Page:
Welcome back, friends. It’s been a little bit since we’ve last had a Toon In offering. We are going not with the traditional cell animation for this go around however. This time we are sharing a classic 1947 bit of stop motion animation from the George Pal studio. One of his popular Puppetoon series of theatrical shorts, 8 of which were Oscar nominations. This includes of course Tubby the Tuba.
Although Tubby the Tuba ended up losing to Tweetie Pie.Which by the way was the very first Merrie Melodies short to feature Sylvester and Tweety Bird.
To be fair, the Puppetoons are described as replacement animation instead of stop motion. Replacement animation is when the animator uses multiple parts on a model that have been manufactured. Many time this will be facial features, just snapping them on and off. For a fantastic example of the replacement animation style, one need only recall The Nightmare Before Christmas!
When all is said and done, around 70 Puppetoon shorts were created. George Pal would have done more but the cost of making them soared after WWII. It’s been reported that a short animated this way would take thousands and thousands of carved parts. The ceasing of making such shorts ended up a boon for Pal. He would go on to become a Director of live action films in fact. Like 1960’s exceptional adaptation of H.G. Well’s The Time Machine.
In Tubby the Tuba we are introduced to an anthropomorphic orchestra. The titular character is not happy however. The poor tuba feels left out as he is never able to play any of the beautiful melodies like his fellow instruments provide.
For Tubby all seems lost until he manages to encounter a very helpful frog. While the tuba is feeling sorry for himself he is gifted an appropriate tune by the frog. But will it be enough to impress the conductor of the orchestra?
Now go and grab your favorite refreshments and enjoy Tubby the Tuba!
There is without a doubt some talented cosplay going on in this day and age. Whether it be for popular video game, anime, or comic book characters. It’s easy to do a quick search online and find all levels of talent.
Now if we are to go by the information provided by Wikipedia, cosplay has in fact been around for quite some time! ” A.D. Condo’s science fiction comic character Mr. Skygack, from Mars was the subject of costuming in 1908 in the United States. Science fiction fans Forrest J Ackerman and Myrtle R. Douglas attended the 1939 1st World Science Fiction Convention in the Caravan Hall, New York, USA dressed in “futuristicostumes”, including green cape and breeches, based on the pulp magazine artwork of Frank R. Paul, designed and created by Douglas.”
You might happen to recall my post from last year about vintage cosplay. Featuring 1963 photos from WorldCon with the Lord of the Rings‘ Gollum. As well as John Carter of Mars‘ Tars Tarkas.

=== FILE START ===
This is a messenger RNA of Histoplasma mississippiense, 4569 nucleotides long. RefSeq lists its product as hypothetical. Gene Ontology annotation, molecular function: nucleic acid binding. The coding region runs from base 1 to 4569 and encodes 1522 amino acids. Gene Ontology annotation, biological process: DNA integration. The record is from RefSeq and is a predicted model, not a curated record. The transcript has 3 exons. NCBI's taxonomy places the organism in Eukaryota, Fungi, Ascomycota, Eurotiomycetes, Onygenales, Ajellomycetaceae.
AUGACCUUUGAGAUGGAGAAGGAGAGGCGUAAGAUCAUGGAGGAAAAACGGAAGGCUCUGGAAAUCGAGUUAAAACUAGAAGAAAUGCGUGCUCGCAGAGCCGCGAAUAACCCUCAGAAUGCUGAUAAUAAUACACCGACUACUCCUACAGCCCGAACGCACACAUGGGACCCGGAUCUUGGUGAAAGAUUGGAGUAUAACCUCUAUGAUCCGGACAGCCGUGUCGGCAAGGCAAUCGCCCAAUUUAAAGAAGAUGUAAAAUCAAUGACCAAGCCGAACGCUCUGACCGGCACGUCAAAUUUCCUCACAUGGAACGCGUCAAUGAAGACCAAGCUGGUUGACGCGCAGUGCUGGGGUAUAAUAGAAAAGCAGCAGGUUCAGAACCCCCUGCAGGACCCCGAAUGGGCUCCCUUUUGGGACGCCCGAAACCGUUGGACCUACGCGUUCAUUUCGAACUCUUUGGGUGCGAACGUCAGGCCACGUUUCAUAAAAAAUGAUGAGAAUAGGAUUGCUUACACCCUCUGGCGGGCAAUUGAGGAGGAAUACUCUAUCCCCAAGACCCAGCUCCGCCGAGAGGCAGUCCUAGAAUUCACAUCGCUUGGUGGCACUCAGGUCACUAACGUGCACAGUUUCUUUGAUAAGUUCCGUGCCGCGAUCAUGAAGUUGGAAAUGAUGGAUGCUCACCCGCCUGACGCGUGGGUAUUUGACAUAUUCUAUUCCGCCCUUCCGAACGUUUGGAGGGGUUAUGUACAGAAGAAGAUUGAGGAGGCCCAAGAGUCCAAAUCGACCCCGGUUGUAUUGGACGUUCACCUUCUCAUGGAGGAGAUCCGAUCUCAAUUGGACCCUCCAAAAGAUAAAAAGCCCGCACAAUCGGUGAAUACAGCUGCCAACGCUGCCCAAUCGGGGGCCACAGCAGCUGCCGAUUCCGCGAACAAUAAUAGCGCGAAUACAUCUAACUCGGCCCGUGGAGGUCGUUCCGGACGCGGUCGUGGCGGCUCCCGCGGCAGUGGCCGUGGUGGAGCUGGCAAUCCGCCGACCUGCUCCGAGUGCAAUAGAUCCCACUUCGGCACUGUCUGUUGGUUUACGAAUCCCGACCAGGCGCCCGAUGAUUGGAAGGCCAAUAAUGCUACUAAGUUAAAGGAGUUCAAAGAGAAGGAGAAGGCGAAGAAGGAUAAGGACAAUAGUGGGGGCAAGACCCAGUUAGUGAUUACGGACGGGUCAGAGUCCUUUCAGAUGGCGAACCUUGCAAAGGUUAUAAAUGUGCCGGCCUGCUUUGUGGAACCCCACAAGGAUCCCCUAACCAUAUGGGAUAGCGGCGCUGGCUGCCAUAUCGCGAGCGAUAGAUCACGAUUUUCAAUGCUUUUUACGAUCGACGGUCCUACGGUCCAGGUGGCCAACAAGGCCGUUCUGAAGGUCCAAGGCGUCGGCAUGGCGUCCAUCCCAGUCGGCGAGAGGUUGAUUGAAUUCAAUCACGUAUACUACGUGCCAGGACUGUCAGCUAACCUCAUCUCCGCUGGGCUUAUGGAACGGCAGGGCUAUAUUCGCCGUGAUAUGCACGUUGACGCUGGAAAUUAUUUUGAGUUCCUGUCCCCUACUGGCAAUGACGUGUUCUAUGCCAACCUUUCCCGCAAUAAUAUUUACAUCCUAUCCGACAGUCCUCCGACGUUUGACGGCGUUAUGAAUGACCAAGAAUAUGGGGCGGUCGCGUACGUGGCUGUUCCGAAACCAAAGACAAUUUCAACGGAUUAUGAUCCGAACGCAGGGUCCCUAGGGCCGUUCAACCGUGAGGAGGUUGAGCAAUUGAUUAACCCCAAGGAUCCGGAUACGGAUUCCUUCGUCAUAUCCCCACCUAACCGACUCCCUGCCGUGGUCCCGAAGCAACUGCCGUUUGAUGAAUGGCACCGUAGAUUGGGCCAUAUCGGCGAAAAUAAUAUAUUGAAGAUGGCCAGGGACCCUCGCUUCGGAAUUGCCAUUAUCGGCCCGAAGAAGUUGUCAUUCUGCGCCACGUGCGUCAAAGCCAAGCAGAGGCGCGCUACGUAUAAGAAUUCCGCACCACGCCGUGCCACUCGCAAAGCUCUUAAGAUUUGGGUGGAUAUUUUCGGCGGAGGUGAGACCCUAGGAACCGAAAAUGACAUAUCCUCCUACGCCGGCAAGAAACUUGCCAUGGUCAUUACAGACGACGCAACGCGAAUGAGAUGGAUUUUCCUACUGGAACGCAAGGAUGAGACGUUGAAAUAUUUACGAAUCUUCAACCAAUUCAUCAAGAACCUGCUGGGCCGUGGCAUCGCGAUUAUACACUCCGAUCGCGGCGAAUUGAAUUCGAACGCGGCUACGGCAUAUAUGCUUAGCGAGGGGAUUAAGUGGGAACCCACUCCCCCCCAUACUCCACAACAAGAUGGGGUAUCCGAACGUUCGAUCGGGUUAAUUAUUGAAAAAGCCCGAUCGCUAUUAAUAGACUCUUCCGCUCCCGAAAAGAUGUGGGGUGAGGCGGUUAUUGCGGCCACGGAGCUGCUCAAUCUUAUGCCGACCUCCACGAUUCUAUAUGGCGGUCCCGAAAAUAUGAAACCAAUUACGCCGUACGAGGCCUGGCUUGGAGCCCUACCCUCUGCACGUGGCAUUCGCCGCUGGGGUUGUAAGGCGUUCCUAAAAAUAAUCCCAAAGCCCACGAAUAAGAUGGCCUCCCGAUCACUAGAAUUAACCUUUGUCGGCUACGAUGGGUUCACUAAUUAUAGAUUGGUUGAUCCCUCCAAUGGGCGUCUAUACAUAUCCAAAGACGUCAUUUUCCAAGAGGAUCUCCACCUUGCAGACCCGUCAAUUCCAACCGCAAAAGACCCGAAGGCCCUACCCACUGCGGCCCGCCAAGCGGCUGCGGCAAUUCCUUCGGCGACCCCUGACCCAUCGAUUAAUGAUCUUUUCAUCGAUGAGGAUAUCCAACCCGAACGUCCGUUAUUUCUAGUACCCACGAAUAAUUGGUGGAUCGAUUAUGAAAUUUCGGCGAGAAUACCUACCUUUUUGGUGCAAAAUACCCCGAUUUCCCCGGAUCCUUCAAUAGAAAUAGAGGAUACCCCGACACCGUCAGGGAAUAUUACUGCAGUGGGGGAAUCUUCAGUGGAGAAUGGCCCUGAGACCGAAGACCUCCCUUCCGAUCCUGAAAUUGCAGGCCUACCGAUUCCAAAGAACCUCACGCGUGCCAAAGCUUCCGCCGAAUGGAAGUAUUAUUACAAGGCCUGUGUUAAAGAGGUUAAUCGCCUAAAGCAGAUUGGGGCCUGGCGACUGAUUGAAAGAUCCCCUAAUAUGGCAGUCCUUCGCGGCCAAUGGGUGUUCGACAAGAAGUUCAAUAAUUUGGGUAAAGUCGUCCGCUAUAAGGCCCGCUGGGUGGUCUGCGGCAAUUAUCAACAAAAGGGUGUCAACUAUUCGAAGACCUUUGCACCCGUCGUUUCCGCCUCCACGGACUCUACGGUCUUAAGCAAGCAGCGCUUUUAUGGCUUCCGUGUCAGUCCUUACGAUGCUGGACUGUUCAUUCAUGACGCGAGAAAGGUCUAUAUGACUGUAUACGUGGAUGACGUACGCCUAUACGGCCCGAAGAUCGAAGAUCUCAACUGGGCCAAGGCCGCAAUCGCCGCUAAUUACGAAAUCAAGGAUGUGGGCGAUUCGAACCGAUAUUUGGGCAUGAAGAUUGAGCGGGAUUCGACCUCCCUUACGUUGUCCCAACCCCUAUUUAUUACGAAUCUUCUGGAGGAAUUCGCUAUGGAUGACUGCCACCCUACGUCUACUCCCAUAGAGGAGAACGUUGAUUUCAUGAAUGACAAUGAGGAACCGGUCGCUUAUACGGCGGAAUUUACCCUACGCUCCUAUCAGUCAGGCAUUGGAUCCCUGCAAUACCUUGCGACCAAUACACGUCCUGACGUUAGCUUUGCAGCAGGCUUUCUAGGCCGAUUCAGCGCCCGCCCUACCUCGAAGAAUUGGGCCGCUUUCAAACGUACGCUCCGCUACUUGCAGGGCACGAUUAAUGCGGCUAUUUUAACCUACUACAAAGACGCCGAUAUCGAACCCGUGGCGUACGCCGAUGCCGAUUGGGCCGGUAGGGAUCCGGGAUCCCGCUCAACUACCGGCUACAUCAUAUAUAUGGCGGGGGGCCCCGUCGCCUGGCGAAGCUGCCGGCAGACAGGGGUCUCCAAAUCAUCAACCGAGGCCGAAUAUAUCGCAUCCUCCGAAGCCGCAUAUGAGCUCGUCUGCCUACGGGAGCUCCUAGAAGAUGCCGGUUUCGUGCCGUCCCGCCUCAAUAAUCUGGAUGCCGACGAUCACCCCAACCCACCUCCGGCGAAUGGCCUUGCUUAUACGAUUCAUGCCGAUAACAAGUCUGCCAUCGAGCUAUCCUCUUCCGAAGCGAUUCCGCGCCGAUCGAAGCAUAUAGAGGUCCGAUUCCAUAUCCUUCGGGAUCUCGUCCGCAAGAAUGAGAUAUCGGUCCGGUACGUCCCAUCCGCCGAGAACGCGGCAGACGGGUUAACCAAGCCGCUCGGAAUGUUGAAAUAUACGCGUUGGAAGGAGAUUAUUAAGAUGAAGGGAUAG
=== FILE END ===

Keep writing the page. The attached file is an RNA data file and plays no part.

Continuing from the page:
Images courtesy of the Vintage Geek Culture Tumblr.
Of course of late there has been an upswing in the amount of Dr. Strange cosplay. Thanks in no small part to the success of the 2016 film starring Benedict Cumberbatch.
But the other night I was sent a photo by one of my best friends. An image from the Los Angeles Science Fantasy Society site – a photo from 1973 taken by Dik Daniels. Showcasing an earlier cosplayer taking on the mantle of Marvel Comics’ Sorcerer Supreme, the one and only Dr. Strange!
Image courtesy of Dik Daniels – Los Angeles Science Fantasy Society.
Really an amazing bit of cosplay, I think you will agree. Be that as it may – the identity of the cosplayer is unknown. I would highly recommend you follow that link to the LASFS page. You can in fact check out a lot more photographs by Dik Daniels including this one. That is The Time Machine‘s George Pal as well as his Wife – the name of the fan is unknown.
Directed by the legendary George Pal (Tom Thumb, The 7 Faces Of Dr. Lao) and starring Rod Taylor (The Birds, Inglourious Basterds), Alan Young (Mr. Ed, Mr. Belvedere Goes to College, Duck Tales), and the beautiful Yvette Mimieux (Where The Boys Are, Black Hole). While not exactly 100% faithful to the classic novel by H.G. Wells, it probably comes the closest to the source material.
I have the TBS Sunday Morning Movie to thank for my love of not only the film but the book it was based on. A lot of my love for classic films were started right here with the Time Machine. This is one of those rare films for me, I can just watch it over and over again. It also has an absolutely moving soundtrack:
If you’ve not had the chance to watch this classic Sci-Fi film, do yourself a favor and seek it out. A big thanks to Fraserw2 for the theatrical trailer and to Lordhelmchen76 for the score excerpt.
Destination Moon wass a 1950 American science fiction feature film produced by George Pal, who later produced When Worlds Collide, The War of the Worlds, and The Time Machine. Pal commissioned the script by James O’Hanlon and Rip Van Ronkel. The film was directed by Irving Pichel, was shot in Technicolor and was distributed in the USA by Eagle-Lion Classics.
A highly condensed version of the story was released on a 78 rpm disk by Capitol Records in 1950 as part of the “Bozo Approved” series, under the title of Destination Moon. The narrator was Tom Reddy; Billy May composed incidental and background music. The story took considerable liberties with the film’s plot and characters, though the general shape of the story remains. Listen and Enjoy.